• An Evaluation of Herbicides for Control of Wild Oats in Barley: Efficacy, Phytotoxicity, and Barley Variety Susceptibility Studies

      Conn, Jeffrey S. (School of Agriculture and Land Resources Management, Agricultural and Forestry Experiment Station, 1986-02)
      The control of wild oats (Avena Jatua L.) in Alaskan spring-planted barley was investigated in a series of experiments conducted from 1981-1984. Rates and times of applications of triallate (a preemergence, soil-incorporated herbicide), diclofop, barban, and difenzoquat (postemergence herbicides) were investigated in relation to control of wild oats and barley yield in 1981-1982. Because of very high wild oats populations. none of the herbicides controlled wild oats to the point of· allowing a barley harvest. Generally, wild oats were best controlled when herbicides were applied at an early growth stage and at the highest application rates. Control of wild oats with triallate was the same whether incorporated using parallel or perpendicular passes of a spike-tooth harrow. In 1983-84 both single herbicide treatments and combinations of herbicides were studied. Barban, diclofop, and difenzoquat were applied alone or with triallate applied in the fall or spring in emulsifiable concentrate or granular formulation. Wild oats population levels were lower in these 2 years, and applications of even single herbicides provided good wild oats control. Of the individual herbicides, diclofop provided the best control of wild oats. In general, when triallate was applied in conjunction with diclofop, barban, or difenzoquat, control of wild oats was better and higher barley yields were obtained than when a single wild oats herbicide was applied. When triallate was applied in the fall, the granular formulation provided better control of wild oats than the emulsifiable formulation. In a study of the response of eight barley varieties ('Eero', 'Paavo', 'Galt', 'Otra', 'Otal', 'Datal', 'Udal', 'Weal') to high rates and late times of application of the four herbicides, none of the varieties were differentially susceptible. Diclofop decreased heights of all varieties and decreased test weights.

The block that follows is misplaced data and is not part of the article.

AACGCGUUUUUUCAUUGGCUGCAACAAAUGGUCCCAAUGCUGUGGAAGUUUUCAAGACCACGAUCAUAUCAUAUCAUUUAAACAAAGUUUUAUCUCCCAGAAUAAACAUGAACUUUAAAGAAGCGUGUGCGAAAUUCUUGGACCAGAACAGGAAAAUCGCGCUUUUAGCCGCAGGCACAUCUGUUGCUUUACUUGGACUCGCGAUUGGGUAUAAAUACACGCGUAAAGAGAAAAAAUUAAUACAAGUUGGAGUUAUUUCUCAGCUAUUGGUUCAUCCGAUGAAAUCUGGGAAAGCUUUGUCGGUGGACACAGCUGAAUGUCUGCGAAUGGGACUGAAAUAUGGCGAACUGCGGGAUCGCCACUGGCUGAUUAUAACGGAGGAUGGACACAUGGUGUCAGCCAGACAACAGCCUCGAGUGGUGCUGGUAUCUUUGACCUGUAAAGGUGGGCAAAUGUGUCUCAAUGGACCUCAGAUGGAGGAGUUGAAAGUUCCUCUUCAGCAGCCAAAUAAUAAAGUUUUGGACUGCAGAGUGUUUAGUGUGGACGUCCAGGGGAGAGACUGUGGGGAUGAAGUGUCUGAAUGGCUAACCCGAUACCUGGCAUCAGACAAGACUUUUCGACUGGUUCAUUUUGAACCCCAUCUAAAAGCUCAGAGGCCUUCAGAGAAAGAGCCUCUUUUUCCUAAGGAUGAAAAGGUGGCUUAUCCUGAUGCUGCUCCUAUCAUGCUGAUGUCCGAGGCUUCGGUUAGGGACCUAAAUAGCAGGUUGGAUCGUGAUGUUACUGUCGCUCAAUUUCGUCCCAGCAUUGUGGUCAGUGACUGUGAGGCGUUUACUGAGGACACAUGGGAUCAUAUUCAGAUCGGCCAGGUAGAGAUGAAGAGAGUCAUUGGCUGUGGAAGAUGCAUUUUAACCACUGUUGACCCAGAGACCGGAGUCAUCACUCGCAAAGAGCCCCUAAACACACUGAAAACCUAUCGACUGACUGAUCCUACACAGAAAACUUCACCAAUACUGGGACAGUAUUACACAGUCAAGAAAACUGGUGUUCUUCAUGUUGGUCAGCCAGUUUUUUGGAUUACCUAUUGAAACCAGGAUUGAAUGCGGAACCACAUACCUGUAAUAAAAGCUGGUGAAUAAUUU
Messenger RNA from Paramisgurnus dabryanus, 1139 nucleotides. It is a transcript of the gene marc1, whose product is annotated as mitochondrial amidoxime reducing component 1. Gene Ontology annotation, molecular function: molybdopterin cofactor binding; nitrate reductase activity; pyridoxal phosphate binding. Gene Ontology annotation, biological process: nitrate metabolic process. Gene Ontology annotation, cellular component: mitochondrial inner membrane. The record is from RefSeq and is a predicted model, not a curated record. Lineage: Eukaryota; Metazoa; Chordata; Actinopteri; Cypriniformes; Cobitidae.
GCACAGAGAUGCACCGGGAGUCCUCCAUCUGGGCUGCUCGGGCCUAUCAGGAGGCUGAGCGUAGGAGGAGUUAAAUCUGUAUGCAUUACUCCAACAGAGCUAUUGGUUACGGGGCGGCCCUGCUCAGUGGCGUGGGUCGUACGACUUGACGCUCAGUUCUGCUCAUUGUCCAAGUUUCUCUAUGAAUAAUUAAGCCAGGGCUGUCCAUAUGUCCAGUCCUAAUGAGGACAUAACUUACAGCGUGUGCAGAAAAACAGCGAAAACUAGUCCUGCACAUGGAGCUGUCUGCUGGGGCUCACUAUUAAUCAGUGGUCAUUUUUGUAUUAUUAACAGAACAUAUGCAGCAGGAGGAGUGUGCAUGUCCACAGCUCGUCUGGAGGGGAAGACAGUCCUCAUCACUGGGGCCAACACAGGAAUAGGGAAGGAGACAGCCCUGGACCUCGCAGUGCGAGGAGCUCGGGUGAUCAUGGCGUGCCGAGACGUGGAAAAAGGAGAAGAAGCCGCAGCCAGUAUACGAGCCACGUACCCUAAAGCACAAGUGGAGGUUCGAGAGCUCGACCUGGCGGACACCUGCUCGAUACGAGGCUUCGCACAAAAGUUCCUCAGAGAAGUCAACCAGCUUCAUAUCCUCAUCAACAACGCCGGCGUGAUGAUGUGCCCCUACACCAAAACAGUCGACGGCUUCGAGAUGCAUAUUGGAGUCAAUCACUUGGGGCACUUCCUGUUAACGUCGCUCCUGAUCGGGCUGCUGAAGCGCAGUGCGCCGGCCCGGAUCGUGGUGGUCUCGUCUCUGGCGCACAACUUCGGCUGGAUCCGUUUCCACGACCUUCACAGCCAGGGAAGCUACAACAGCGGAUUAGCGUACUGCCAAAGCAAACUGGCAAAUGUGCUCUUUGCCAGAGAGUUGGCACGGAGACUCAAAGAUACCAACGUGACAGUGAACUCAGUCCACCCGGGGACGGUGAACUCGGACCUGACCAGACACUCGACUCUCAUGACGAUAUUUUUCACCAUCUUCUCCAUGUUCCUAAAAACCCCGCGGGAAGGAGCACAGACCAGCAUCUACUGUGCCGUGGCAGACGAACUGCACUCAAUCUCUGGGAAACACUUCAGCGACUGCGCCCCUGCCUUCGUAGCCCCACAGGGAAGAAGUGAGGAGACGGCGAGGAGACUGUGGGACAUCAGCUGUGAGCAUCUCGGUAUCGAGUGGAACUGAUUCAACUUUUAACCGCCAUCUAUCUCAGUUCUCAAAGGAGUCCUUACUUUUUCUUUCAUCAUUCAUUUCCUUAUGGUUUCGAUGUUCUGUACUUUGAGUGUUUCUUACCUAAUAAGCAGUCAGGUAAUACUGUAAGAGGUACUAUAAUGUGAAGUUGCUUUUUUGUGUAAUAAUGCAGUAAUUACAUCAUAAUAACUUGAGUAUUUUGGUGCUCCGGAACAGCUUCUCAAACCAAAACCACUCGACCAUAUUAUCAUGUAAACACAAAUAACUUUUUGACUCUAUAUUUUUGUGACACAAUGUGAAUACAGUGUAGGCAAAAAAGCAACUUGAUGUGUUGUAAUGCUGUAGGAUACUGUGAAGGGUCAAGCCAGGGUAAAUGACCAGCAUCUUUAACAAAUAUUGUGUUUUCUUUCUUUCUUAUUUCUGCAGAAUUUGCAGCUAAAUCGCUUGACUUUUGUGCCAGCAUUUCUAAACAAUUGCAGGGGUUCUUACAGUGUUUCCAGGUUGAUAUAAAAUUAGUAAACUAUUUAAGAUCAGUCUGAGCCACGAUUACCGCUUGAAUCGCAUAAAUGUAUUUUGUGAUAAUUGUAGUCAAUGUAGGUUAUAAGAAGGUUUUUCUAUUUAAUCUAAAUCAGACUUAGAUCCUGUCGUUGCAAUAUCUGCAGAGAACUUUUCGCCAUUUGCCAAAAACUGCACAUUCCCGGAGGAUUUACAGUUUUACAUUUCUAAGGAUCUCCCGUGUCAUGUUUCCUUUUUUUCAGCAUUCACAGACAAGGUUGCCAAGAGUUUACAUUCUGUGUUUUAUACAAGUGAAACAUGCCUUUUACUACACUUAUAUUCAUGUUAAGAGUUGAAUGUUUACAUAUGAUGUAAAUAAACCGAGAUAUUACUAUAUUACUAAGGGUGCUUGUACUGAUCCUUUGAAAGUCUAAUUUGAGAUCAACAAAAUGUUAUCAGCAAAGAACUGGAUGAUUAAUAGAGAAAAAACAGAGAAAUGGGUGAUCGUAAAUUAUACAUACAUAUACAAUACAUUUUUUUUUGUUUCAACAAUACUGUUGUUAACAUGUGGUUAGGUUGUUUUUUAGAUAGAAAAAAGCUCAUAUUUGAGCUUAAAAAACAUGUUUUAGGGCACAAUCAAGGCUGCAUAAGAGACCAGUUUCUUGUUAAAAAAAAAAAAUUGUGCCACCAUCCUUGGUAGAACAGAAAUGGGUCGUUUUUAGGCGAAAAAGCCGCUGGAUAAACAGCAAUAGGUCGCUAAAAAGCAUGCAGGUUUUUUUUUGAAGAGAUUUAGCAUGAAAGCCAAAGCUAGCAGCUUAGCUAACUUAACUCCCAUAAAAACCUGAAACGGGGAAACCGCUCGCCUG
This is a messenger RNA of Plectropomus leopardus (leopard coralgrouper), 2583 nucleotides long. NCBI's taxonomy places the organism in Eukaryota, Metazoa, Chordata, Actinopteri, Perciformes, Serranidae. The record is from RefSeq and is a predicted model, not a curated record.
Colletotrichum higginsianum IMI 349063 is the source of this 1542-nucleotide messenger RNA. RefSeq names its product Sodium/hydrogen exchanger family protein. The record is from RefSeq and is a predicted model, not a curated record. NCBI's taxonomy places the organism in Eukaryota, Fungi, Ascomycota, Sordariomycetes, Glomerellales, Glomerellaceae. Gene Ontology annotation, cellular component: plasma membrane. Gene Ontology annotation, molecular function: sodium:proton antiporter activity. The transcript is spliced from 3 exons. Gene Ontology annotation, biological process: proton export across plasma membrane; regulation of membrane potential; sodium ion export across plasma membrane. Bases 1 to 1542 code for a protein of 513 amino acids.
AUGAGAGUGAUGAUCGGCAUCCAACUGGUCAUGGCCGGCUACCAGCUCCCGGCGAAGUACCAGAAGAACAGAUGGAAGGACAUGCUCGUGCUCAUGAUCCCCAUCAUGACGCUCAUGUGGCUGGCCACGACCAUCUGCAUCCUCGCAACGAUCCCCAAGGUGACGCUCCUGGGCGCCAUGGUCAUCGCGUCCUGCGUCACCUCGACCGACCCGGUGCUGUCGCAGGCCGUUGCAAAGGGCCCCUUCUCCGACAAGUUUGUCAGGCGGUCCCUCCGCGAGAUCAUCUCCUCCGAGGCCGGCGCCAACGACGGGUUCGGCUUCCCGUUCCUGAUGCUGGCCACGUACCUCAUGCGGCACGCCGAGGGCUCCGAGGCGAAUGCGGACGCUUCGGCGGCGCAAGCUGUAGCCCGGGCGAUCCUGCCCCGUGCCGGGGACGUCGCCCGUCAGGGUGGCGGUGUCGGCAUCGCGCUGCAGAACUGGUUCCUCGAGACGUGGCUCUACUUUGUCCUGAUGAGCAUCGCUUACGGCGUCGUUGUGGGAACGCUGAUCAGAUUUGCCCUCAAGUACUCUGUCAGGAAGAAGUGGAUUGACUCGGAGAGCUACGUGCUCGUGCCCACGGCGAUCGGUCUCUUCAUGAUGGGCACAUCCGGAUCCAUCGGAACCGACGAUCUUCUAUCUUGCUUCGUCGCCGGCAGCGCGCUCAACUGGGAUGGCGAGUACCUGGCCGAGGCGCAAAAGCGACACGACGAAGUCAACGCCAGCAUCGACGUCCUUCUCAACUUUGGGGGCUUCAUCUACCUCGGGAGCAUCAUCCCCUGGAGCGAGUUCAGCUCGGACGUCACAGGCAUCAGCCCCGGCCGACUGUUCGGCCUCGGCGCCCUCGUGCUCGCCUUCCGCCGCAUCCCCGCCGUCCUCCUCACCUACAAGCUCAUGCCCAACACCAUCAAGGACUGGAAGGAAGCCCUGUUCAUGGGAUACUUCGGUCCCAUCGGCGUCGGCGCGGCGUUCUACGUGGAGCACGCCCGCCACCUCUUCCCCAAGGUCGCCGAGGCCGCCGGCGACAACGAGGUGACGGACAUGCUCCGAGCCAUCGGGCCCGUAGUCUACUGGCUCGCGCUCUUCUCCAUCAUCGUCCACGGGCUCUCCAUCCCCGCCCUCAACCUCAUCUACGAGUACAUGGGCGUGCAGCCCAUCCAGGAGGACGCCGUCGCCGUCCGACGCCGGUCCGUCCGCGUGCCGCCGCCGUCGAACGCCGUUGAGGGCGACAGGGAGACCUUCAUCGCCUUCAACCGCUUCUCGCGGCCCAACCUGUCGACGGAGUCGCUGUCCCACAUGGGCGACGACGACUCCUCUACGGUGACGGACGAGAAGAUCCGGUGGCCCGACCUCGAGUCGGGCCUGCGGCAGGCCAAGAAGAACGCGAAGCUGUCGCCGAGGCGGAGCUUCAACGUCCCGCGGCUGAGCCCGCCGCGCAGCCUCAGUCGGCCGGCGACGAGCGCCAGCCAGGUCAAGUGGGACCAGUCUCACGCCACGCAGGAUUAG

• Postemergence Broadleaf Weed Control in Barley

      Conn, Jeffery S.; DeLapp, John A. (School of Agriculture and Land Resources Management, Agricultural Experiment Station, 1984-09)
      Experiments were conducted from 1981-1983 to determine the efficacy and phytotoxicity of postemergence herbicides used to control broadleaf weeds in spring-planted barley. The following herbicides were evaluated: MCPA amine (0.37, 0.75, 1.5 lb/A, active ingredient), 2,4-D amine (0.25, 0.5, 1 lb/A), bromoxynil (0.21, 0.43, 0.86 lb/A), and metribuzin (0.11, 0.21, 0.43, 0.86 lb/A). In 1982 and 1983, three additional herbicides were included: dinoseb (0.25, 0.5, 1 Ib/A), dicamba (0.09, 0.18, 0.36 lb/A), and chlorsulfuron (0.04, 0.07, 0.14 lb/A). Weed control was determined through measurements of weed biomass in each herbicide and control plot. Phytotoxicity was measured by barley yield and test weight in all years, and additionally by germination of seed produced in 1982. None of the herbicides except dicamba in 1982 significantly reduced the yield or test weights of barley below that of the control. Common lambsquarters was the only weed present in 1981 and 1982. Bromoxynil and metribuzin provided both early-and late-season control MCPA, 2,4-D, and j dinoseb took longer to control common lambsquarters but provided adequate control by midseason. Dicamba did not control common lambsquarters as well as the other herbicides. In 1983, prostrate knotweed was also present at the study site. None of the herbicides significantly reduced the number of prostrate knotweed below that of the control Germination of 'Galt' barley was not \, affected by treating parent plants with any of the herbicides tested. The following barley varieties were screened for susceptibility to metribuzin injury in 1982: Galt, Lidal, Weal, Otal, Datal, Eero, Paavo, Otra, and Klondike. Only 'Klondike' was highly sensitive to metribuzin.